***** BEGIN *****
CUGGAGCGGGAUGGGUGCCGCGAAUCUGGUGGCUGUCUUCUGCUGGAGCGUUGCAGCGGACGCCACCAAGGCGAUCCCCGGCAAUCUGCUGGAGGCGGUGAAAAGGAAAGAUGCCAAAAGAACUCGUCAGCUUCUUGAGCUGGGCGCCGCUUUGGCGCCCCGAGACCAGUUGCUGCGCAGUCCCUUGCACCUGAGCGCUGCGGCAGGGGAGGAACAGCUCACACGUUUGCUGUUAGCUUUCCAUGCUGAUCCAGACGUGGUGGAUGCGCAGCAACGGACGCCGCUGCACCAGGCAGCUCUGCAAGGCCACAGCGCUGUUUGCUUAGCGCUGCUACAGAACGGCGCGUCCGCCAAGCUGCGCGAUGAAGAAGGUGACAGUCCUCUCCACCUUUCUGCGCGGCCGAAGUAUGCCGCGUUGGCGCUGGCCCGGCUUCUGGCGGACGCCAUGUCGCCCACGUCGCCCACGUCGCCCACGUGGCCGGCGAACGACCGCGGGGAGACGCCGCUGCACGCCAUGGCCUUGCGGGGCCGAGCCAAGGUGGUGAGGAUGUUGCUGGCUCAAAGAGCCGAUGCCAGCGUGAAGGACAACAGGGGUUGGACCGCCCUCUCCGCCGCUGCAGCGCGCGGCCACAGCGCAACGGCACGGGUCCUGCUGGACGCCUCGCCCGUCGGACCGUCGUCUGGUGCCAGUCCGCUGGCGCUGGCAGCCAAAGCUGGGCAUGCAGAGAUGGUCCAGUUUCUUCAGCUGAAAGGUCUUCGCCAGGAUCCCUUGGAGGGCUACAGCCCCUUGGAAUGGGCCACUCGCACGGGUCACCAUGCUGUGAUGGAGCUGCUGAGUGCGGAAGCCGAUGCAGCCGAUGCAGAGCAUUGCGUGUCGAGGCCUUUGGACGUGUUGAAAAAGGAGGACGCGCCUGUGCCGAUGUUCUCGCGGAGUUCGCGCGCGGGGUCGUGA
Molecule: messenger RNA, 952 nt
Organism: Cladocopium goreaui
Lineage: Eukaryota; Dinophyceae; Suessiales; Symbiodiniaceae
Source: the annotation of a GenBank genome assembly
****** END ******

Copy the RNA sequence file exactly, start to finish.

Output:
CUGGAGCGGGAUGGGUGCCGCGAAUCUGGUGGCUGUCUUCUGCUGGAGCGUUGCAGCGGACGCCACCAAGGCGAUCCCCGGCAAUCUGCUGGAGGCGGUGAAAAGGAAAGAUGCCAAAAGAACUCGUCAGCUUCUUGAGCUGGGCGCCGCUUUGGCGCCCCGAGACCAGUUGCUGCGCAGUCCCUUGCACCUGAGCGCUGCGGCAGGGGAGGAACAGCUCACACGUUUGCUGUUAGCUUUCCAUGCUGAUCCAGACGUGGUGGAUGCGCAGCAACGGACGCCGCUGCACCAGGCAGCUCUGCAAGGCCACAGCGCUGUUUGCUUAGCGCUGCUACAGAACGGCGCGUCCGCCAAGCUGCGCGAUGAAGAAGGUGACAGUCCUCUCCACCUUUCUGCGCGGCCGAAGUAUGCCGCGUUGGCGCUGGCCCGGCUUCUGGCGGACGCCAUGUCGCCCACGUCGCCCACGUCGCCCACGUGGCCGGCGAACGACCGCGGGGAGACGCCGCUGCACGCCAUGGCCUUGCGGGGCCGAGCCAAGGUGGUGAGGAUGUUGCUGGCUCAAAGAGCCGAUGCCAGCGUGAAGGACAACAGGGGUUGGACCGCCCUCUCCGCCGCUGCAGCGCGCGGCCACAGCGCAACGGCACGGGUCCUGCUGGACGCCUCGCCCGUCGGACCGUCGUCUGGUGCCAGUCCGCUGGCGCUGGCAGCCAAAGCUGGGCAUGCAGAGAUGGUCCAGUUUCUUCAGCUGAAAGGUCUUCGCCAGGAUCCCUUGGAGGGCUACAGCCCCUUGGAAUGGGCCACUCGCACGGGUCACCAUGCUGUGAUGGAGCUGCUGAGUGCGGAAGCCGAUGCAGCCGAUGCAGAGCAUUGCGUGUCGAGGCCUUUGGACGUGUUGAAAAAGGAGGACGCGCCUGUGCCGAUGUUCUCGCGGAGUUCGCGCGCGGGGUCGUGA
Molecule: messenger RNA, 952 nt
Organism: Cladocopium goreaui
Lineage: Eukaryota; Dinophyceae; Suessiales; Symbiodiniaceae
Source: the annotation of a GenBank genome assembly